ELK RIDGE, Utah County — Ten days after evacuation orders forced them from their homes as wildfires raged in the mountains nearby, about 4,000 people were allowed back into the communities of Elk Ridge and Woodland Hills Saturday.
"It's a relief," said Gaylene Jacobson. "It has been a long week."
The Elk Ridge homeowner of more than 20 years and her grandsons hauled documents, pictures in frames and her grandmother's sewing machine out of a trailer and back into her home on Saturday. They took breaks to survey a scorched hillside a few miles from the home as a helicopter dumped water over draws near Loafer Mountain.
"It came on really quick for us," Dennis Jacobson said of the fire. "With the wind blowing, it made it a serious problem."
He remained at the home for a few days after his wife left, ready to fight flames with a water truck he usually uses for the construction business they run.
The Jacobsons and those in nearby Woodland Hills remain on pre-evacuation notice and could be asked to leave again if the fire once more approaches the small cities, but fire managers said the outlook was safe enough to allow residents to return Saturday. Many waited in line in their cars at the foot of Elk Ridge Saturday afternoon. The city first reopened to evacuees at 9 a.m.
Not everyone was allowed to return home. A few miles to the east, the smaller community of Covered Bridge in Spanish Fork Canyon remained under evacuation.
Crews by Saturday had made progress in containing the two lightning-sparked wildfires roaring nearby that have torched a combined 184 square miles.
The Pole Creek Fire, which has charred 100,144 acres, was 34 percent contained, according to an update posted Saturday night by the regional and state agencies fighting the fire. The smaller Bald Mountain Fire, which was threatening the Jacobsons' community, had grown to more than 18,500 acres and was 18 percent contained.
"Hard work the last few days produced conditions for increasing direct containment line," the Rocky Mountain Incident Management team wrote in a statement.
Firefighters reminded families that they have put hoses and sprinklers in some yards in case the fire approaches their homes, and urged them to avoid moving or touching the tools.
"Children will be curious; everyone please keep them safe," the statement said.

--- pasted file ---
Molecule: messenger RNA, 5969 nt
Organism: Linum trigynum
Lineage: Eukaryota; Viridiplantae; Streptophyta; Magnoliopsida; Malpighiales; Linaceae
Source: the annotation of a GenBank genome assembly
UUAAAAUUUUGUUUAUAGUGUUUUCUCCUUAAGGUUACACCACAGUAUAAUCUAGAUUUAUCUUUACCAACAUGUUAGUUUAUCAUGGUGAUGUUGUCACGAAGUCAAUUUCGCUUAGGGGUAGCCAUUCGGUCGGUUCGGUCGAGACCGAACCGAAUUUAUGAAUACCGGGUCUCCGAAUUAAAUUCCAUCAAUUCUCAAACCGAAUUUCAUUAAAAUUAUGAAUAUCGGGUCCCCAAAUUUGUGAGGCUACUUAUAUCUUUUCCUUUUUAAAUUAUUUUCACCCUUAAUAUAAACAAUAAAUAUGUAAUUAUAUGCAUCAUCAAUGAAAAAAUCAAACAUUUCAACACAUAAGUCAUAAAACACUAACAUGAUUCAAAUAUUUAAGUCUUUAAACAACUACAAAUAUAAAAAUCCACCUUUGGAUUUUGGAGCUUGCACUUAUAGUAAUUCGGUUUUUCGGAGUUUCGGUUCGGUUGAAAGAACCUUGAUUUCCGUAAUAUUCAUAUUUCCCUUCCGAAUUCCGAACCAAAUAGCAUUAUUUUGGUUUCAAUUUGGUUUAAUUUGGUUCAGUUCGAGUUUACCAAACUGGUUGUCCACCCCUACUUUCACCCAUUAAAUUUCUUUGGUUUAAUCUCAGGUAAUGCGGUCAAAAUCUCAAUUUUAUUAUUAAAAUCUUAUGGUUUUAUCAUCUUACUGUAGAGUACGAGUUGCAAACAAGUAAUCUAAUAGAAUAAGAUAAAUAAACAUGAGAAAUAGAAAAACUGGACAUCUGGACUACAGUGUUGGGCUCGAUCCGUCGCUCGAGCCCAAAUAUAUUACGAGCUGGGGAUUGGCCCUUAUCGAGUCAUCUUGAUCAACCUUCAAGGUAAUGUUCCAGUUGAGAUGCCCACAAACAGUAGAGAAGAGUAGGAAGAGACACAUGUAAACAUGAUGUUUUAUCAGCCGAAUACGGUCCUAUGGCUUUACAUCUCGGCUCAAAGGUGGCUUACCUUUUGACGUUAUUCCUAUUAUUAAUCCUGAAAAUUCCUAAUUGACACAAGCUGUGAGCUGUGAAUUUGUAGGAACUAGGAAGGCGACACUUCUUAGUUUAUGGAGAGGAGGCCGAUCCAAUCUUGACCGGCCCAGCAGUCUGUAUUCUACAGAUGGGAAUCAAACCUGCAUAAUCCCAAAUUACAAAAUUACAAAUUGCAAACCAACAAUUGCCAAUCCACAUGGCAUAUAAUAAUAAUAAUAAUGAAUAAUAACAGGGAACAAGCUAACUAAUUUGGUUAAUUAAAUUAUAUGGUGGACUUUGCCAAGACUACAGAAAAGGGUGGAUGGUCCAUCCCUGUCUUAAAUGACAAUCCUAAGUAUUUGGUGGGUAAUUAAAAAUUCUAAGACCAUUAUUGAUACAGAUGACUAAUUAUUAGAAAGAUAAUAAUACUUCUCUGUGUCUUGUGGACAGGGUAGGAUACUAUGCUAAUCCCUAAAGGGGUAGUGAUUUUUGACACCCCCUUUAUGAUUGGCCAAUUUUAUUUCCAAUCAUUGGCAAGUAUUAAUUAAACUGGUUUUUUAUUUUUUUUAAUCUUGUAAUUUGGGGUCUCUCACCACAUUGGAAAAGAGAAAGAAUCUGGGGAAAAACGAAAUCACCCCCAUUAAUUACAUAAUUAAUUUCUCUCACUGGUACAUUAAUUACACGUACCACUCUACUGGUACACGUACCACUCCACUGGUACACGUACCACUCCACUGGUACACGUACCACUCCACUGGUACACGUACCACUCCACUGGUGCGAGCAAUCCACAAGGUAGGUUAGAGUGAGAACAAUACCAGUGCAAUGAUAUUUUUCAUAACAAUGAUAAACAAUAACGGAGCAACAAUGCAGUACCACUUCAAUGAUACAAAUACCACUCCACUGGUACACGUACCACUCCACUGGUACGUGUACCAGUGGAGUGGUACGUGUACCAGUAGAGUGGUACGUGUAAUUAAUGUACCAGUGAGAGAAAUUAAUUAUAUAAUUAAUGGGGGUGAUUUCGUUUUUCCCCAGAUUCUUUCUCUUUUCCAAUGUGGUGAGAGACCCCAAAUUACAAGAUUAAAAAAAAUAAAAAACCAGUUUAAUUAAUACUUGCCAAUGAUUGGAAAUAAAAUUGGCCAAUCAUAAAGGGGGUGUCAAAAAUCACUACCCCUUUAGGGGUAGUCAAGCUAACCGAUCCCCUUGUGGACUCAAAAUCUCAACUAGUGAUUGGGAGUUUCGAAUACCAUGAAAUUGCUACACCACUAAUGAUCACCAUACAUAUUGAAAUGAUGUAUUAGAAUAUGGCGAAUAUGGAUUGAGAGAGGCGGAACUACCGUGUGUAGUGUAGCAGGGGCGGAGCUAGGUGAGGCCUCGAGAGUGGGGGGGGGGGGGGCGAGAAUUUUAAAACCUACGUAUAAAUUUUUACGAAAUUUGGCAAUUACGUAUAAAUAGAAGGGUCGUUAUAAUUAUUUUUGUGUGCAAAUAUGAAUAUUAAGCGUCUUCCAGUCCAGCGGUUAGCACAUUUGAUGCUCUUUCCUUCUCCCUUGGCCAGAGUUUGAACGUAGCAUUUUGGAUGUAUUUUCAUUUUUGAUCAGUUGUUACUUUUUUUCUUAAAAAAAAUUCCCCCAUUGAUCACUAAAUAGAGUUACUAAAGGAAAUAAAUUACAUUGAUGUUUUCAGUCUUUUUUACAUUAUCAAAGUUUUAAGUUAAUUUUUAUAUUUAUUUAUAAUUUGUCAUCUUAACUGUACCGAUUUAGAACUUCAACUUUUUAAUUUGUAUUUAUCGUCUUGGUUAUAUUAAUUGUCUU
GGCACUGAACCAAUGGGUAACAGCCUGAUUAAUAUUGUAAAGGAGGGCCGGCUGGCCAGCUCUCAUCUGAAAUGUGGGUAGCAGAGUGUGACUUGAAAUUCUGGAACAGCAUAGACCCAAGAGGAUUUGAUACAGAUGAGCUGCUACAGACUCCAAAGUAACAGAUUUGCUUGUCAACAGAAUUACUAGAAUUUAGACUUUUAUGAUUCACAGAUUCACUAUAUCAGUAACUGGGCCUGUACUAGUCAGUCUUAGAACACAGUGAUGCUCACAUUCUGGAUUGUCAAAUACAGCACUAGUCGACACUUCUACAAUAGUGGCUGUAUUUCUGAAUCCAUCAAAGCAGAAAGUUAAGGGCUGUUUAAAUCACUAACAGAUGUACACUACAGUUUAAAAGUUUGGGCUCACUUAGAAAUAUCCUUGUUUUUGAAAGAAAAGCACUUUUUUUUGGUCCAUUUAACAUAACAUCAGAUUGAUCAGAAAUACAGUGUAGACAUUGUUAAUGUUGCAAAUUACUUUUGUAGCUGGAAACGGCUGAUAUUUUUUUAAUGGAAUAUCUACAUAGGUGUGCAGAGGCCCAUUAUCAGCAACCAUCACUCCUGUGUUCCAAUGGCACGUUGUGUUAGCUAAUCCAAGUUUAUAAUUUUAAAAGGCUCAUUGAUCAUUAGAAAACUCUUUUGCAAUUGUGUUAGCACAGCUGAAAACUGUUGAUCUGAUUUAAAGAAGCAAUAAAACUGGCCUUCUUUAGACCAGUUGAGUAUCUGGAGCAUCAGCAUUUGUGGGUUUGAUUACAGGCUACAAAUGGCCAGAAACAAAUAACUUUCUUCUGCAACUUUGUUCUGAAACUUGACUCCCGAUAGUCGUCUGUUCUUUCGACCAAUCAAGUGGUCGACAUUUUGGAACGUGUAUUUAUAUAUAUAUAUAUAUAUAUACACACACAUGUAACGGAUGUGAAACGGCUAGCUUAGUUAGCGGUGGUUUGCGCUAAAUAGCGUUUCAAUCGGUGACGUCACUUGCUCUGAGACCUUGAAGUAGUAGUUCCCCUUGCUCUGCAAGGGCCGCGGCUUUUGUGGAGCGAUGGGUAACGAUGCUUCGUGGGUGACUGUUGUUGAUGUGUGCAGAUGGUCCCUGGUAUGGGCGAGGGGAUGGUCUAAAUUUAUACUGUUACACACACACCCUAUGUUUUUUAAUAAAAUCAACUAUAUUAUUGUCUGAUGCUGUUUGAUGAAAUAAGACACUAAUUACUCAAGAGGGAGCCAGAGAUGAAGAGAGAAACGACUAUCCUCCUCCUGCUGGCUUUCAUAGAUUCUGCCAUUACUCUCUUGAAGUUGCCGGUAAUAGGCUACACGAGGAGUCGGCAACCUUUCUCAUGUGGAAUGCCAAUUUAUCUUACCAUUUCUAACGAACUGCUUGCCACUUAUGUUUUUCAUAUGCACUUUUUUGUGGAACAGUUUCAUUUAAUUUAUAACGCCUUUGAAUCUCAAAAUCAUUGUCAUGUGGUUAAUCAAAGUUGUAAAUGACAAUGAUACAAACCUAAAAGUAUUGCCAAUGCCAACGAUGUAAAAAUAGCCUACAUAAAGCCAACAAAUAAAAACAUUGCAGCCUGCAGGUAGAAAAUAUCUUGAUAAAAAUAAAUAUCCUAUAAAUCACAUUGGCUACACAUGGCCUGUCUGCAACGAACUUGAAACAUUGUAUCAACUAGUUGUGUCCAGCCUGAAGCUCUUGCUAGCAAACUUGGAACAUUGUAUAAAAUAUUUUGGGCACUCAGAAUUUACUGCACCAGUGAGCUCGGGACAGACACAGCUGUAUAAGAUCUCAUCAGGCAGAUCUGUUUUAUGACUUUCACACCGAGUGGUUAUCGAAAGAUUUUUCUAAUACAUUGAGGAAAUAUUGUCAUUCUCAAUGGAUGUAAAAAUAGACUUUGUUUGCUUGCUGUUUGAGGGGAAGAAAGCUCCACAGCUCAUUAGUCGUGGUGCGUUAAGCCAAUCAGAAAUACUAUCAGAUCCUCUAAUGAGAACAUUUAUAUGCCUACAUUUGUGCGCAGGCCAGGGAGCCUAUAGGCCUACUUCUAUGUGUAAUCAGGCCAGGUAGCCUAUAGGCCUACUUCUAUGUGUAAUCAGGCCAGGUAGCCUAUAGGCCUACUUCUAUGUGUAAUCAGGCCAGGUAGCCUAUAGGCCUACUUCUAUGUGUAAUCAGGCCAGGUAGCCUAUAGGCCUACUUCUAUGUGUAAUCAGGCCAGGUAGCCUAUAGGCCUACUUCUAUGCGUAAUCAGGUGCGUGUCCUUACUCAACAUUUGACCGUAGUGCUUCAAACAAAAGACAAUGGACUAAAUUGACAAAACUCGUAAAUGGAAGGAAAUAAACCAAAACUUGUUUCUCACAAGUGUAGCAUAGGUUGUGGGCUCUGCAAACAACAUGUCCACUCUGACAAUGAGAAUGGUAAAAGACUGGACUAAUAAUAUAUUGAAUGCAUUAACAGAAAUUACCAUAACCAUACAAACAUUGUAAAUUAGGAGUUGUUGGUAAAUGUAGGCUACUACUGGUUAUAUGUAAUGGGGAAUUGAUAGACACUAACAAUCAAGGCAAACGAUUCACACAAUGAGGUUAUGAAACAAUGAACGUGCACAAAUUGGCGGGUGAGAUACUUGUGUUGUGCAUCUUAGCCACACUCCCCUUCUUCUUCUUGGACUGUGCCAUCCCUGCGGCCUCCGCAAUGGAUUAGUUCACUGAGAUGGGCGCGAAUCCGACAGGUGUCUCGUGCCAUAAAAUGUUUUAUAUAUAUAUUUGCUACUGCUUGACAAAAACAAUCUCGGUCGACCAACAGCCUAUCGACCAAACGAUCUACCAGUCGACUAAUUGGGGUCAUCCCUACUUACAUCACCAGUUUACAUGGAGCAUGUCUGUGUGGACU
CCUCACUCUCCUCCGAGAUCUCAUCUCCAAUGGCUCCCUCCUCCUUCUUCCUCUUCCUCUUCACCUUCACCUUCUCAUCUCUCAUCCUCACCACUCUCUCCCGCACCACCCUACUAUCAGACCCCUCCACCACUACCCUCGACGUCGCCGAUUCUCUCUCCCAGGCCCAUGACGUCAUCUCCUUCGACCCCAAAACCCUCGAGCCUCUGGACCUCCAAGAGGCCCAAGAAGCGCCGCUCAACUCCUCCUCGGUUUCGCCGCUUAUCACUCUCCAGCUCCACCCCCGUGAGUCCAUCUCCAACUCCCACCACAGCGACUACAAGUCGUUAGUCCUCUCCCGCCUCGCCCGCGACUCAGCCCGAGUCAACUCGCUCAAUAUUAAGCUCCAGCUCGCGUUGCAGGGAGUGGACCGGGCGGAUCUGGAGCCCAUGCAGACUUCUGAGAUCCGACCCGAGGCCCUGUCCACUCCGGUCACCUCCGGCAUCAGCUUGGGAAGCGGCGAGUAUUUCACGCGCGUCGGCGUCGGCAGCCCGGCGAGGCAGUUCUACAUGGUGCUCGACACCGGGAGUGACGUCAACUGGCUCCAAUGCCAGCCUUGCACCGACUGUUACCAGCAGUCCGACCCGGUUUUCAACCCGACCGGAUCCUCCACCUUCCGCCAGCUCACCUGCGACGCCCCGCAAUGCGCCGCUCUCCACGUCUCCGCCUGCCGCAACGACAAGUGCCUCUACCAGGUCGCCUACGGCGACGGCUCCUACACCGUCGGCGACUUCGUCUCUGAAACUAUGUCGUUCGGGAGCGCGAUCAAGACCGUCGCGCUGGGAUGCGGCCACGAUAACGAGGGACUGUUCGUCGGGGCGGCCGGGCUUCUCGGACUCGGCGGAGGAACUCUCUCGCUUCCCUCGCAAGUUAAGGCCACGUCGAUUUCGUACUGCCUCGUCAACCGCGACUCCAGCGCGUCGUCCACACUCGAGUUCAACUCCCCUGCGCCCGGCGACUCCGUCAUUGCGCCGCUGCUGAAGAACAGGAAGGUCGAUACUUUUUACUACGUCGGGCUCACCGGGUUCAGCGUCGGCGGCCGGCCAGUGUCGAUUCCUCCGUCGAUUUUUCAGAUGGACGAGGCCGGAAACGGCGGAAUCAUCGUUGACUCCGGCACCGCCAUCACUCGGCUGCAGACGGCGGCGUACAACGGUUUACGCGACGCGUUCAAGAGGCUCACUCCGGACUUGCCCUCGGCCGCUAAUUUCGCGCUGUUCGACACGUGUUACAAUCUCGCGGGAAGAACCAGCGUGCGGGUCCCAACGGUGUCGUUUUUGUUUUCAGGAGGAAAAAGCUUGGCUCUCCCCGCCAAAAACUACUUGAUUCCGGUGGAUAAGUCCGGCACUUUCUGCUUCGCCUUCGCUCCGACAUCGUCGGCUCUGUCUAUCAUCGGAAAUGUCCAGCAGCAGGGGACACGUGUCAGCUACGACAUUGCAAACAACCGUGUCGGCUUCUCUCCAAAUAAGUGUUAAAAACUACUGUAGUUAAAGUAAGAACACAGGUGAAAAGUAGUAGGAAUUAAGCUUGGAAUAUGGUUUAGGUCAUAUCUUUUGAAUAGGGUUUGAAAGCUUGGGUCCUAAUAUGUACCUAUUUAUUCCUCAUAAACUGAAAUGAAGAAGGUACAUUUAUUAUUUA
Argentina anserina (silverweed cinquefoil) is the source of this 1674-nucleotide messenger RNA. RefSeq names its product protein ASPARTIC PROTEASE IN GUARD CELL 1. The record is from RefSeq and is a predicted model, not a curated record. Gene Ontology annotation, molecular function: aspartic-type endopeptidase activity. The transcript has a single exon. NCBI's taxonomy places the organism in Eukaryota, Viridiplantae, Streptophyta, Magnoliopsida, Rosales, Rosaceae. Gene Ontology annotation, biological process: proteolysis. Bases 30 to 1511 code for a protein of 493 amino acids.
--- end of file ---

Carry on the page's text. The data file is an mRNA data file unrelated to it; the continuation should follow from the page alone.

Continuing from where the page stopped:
Crews were also working to prevent the Pole Creek Fire's spread to the south, and firefighters continued to monitor the edge of the flames near U.S. 6 to protect homes there. A portion of U.S. 89 remains closed.
Light winds Saturday worked to firefighters' advantage, but stronger gusts are expected to once again fan the flames Sunday. Low humidity and high atmospheric instability in the forecast are also expected to hinder firefighting efforts.
Gaylene Jacobson said she remains somewhat traumatized by the flames she saw shooting several hundred feet into the air as she and her 8-year-old grandson Tripp pulled off of their street when they left to stay with her daughter's family in Mona on Sept. 13, she said.
"It was so emotional to look back and see, this is real. This is really happening. And I could lose my home. I could lose it all. I was grateful to go out with what I have, but I thought, we could lose all these homes real fast," she said.
Earlier that day, after fire officers declared the blaze was dangerous enough to evacuate the community, Jacobson rushed to pack family heirlooms, including a blanket her late mother made. She was hospitalized in Nephi the next day because she was so exhausted and stressed about the possibility of losing their home, she said.
Her husband built their single-story house, her mom painted railings inside by hand, and air-conditioning and electrical systems were installed in large part by her dad and her father-in-law.
"It's not just a house that we live in," she said. "It's a house that we built."2 comments on this story
She said she has concerns about possible mudslides after the fire consumed so many trees near her home, but for now is grateful that her neighborhood only smells faintly of smoke.
"For this little area, we were lucky," Dennis Jacobson added.
Christi Nebeker, who also lives in Elk Ridge, agreed. She said authorities originally told her and her neighbors they may be out of their homes for yet another week.
"It could have been so much worse," she said. "You just have to smile and say, it's been a hard experience, but we're lucky to come through it as well as we did."
Contributing: Alex Cabrero